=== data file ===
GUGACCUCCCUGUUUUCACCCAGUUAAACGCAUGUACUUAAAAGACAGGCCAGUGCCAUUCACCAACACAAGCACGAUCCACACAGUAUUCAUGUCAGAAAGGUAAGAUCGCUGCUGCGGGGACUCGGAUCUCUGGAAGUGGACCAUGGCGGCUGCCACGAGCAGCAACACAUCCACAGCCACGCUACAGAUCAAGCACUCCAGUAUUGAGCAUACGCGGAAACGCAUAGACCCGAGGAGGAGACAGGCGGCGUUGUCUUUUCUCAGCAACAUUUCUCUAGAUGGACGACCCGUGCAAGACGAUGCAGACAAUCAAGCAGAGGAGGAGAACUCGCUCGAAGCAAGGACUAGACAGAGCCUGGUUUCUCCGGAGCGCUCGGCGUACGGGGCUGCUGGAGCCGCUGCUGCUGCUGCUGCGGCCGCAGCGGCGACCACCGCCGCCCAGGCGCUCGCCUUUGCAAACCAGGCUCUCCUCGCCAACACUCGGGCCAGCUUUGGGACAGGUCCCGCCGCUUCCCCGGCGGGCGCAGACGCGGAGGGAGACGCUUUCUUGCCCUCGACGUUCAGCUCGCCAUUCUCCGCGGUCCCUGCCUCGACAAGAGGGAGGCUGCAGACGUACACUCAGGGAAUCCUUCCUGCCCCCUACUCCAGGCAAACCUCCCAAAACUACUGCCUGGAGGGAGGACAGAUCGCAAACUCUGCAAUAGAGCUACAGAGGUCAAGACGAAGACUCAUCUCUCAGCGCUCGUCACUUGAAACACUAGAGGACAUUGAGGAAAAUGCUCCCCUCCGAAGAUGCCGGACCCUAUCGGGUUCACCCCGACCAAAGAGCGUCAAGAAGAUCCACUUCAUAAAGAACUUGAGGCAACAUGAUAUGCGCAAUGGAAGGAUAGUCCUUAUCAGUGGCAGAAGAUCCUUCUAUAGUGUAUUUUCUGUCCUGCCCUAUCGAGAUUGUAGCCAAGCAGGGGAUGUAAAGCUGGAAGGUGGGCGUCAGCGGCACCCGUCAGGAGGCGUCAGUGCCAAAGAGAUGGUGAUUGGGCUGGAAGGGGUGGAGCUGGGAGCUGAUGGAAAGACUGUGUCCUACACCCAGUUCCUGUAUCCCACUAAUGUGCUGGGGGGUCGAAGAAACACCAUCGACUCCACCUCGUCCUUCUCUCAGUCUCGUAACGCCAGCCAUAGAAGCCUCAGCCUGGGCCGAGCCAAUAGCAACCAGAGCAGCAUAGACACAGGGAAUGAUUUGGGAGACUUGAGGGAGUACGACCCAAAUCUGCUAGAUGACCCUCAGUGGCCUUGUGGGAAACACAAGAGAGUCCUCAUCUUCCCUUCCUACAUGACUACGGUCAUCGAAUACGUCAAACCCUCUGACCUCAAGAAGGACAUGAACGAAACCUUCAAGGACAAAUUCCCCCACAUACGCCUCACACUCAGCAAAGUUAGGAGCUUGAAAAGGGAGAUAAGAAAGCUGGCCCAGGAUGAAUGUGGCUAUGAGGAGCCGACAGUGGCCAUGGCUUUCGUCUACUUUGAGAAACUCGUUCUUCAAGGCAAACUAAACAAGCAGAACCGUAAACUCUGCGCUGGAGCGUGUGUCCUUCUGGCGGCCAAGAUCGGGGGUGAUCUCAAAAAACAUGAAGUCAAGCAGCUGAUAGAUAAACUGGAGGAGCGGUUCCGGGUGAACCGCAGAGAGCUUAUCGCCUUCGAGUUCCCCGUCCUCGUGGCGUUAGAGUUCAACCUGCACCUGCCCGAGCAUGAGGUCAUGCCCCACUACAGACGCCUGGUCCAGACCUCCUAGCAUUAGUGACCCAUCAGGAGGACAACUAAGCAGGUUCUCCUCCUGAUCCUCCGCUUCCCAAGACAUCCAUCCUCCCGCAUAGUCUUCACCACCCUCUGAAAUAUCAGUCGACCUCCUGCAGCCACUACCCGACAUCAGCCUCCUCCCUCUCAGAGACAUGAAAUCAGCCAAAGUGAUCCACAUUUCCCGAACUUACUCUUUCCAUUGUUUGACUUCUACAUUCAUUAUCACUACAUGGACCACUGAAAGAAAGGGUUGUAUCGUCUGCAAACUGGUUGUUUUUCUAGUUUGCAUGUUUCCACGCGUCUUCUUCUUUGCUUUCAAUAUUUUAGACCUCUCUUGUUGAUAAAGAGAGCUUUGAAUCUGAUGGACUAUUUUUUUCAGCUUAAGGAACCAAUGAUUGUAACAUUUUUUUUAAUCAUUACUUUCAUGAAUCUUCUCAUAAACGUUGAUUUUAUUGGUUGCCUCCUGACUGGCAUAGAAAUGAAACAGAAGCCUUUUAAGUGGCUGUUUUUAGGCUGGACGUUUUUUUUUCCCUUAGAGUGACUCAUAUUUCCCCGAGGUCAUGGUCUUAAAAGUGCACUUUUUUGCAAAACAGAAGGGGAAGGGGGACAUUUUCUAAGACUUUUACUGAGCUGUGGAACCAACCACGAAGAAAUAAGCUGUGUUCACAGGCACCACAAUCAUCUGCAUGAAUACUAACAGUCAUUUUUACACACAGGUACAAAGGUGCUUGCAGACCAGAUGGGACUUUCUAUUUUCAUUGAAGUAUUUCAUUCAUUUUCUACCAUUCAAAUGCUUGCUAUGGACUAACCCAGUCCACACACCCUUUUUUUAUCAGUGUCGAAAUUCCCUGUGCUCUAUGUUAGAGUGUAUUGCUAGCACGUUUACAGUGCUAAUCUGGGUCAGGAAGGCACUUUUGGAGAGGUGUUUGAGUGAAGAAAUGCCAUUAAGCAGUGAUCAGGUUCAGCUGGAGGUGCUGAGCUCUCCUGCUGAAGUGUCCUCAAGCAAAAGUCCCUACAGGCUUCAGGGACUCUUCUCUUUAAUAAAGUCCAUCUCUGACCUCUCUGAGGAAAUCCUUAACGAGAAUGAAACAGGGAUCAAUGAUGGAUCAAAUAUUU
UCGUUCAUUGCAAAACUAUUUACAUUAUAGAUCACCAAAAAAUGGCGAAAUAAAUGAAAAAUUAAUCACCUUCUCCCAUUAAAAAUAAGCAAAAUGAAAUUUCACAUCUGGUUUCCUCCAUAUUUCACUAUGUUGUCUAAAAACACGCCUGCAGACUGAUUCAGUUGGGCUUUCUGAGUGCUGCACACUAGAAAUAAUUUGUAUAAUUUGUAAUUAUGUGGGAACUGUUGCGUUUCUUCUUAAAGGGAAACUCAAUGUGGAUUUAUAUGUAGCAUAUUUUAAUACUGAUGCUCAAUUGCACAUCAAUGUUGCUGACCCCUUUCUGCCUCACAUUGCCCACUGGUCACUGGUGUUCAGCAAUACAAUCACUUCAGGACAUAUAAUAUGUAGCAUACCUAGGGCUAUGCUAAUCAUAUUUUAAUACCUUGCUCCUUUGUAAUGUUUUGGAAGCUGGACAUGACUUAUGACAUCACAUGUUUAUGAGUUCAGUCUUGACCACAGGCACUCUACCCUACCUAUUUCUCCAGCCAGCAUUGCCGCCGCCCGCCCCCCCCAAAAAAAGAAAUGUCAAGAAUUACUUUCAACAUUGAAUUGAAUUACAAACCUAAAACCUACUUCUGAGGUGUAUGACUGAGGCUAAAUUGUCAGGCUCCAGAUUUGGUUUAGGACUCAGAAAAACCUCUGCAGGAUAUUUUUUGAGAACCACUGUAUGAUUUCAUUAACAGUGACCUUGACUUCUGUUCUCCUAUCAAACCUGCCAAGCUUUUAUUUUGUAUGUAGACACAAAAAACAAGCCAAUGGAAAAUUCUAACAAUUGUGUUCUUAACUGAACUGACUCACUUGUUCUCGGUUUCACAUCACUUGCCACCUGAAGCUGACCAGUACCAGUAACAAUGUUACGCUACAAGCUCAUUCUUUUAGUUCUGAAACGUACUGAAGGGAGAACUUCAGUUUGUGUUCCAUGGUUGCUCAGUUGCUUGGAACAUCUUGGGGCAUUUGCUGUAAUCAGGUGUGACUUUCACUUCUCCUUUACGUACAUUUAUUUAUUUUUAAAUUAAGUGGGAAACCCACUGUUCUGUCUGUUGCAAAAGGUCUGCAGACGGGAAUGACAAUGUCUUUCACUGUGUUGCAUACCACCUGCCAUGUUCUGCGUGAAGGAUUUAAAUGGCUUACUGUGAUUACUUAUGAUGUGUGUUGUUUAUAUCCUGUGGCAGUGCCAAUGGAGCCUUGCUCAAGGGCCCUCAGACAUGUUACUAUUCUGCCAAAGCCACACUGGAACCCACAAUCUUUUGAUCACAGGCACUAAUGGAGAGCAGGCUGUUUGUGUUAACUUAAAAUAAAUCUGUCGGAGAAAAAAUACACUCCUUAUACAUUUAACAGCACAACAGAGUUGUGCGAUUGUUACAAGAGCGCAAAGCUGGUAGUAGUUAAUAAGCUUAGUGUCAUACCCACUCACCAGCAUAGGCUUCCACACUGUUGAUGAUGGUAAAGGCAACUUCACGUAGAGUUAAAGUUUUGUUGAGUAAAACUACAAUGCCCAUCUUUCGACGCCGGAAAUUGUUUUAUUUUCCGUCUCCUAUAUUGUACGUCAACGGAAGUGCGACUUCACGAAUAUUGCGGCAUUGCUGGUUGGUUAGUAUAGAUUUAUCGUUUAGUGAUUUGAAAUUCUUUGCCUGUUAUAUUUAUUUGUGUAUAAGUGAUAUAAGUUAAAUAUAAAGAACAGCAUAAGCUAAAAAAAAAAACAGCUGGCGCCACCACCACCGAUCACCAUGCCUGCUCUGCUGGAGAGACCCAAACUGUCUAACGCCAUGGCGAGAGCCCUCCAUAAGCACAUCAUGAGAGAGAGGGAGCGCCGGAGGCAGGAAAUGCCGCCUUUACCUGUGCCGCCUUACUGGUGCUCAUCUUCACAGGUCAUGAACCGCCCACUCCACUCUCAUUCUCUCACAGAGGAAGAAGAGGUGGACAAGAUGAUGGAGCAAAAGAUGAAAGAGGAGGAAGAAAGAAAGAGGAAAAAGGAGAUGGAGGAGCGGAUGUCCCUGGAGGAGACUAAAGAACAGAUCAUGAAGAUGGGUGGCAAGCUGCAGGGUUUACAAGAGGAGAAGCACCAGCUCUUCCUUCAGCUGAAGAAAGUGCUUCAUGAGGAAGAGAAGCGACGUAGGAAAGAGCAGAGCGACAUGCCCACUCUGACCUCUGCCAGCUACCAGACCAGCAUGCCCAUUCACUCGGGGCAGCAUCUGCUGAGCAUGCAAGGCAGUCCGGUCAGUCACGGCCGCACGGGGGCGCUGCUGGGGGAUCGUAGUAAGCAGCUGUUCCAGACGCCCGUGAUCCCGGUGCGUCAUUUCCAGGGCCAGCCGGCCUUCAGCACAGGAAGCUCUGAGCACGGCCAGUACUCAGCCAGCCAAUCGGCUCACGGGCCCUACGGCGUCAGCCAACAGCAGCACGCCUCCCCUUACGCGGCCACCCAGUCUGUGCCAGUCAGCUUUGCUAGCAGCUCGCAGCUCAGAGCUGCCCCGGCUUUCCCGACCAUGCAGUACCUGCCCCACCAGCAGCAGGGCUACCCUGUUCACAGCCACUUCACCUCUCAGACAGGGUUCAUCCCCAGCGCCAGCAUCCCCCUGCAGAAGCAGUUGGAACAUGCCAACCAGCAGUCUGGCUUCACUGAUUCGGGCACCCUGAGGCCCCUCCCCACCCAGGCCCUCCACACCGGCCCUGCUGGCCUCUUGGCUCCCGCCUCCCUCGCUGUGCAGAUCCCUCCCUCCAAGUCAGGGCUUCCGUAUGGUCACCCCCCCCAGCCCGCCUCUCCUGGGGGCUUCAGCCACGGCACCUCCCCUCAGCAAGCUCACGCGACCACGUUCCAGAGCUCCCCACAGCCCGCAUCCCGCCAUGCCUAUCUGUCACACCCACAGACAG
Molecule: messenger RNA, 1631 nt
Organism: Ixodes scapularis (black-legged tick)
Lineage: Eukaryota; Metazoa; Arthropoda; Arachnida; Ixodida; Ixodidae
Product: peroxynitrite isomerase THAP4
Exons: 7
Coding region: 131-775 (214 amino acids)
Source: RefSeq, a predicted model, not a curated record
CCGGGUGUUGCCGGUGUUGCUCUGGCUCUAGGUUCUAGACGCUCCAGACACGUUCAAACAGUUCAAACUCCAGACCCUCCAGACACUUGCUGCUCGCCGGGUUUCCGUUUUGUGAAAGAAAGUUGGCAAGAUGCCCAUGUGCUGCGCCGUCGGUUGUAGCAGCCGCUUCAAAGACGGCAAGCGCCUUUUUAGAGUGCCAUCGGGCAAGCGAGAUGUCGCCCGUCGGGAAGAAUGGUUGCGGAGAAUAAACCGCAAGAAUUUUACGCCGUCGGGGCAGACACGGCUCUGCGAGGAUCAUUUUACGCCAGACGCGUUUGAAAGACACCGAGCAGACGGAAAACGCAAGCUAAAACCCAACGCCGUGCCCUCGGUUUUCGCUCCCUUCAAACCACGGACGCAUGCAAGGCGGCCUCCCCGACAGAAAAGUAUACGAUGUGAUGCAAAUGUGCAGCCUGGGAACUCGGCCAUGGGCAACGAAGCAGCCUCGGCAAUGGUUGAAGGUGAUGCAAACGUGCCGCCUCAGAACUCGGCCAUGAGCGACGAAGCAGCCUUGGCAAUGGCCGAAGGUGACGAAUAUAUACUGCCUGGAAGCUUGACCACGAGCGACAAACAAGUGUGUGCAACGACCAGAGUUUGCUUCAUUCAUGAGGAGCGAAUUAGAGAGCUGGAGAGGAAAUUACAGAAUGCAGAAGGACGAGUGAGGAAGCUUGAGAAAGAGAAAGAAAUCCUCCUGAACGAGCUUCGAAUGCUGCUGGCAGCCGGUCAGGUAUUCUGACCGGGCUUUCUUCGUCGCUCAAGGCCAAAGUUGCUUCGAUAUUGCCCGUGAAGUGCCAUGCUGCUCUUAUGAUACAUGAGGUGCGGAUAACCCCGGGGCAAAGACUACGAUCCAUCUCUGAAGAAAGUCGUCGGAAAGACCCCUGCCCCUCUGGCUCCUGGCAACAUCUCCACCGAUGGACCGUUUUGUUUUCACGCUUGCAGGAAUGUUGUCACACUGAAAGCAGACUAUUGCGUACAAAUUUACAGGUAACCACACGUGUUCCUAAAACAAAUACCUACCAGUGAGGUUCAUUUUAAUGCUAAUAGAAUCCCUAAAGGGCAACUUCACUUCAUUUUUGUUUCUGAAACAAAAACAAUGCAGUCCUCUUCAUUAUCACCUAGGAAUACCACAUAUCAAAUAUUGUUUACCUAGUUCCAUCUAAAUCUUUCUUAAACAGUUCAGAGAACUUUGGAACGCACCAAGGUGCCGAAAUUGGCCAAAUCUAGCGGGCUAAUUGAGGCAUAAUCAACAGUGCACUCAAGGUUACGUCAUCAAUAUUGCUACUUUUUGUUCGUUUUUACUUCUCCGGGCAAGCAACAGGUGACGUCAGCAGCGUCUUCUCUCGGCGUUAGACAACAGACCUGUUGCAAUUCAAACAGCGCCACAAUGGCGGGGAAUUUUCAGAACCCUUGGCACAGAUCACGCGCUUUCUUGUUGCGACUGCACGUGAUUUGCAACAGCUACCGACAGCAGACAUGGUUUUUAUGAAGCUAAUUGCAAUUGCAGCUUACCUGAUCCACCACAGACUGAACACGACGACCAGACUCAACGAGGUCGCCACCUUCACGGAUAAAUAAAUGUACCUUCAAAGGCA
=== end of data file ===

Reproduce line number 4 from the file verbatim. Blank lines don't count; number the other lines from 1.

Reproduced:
Organism: Ixodes scapularis (black-legged tick)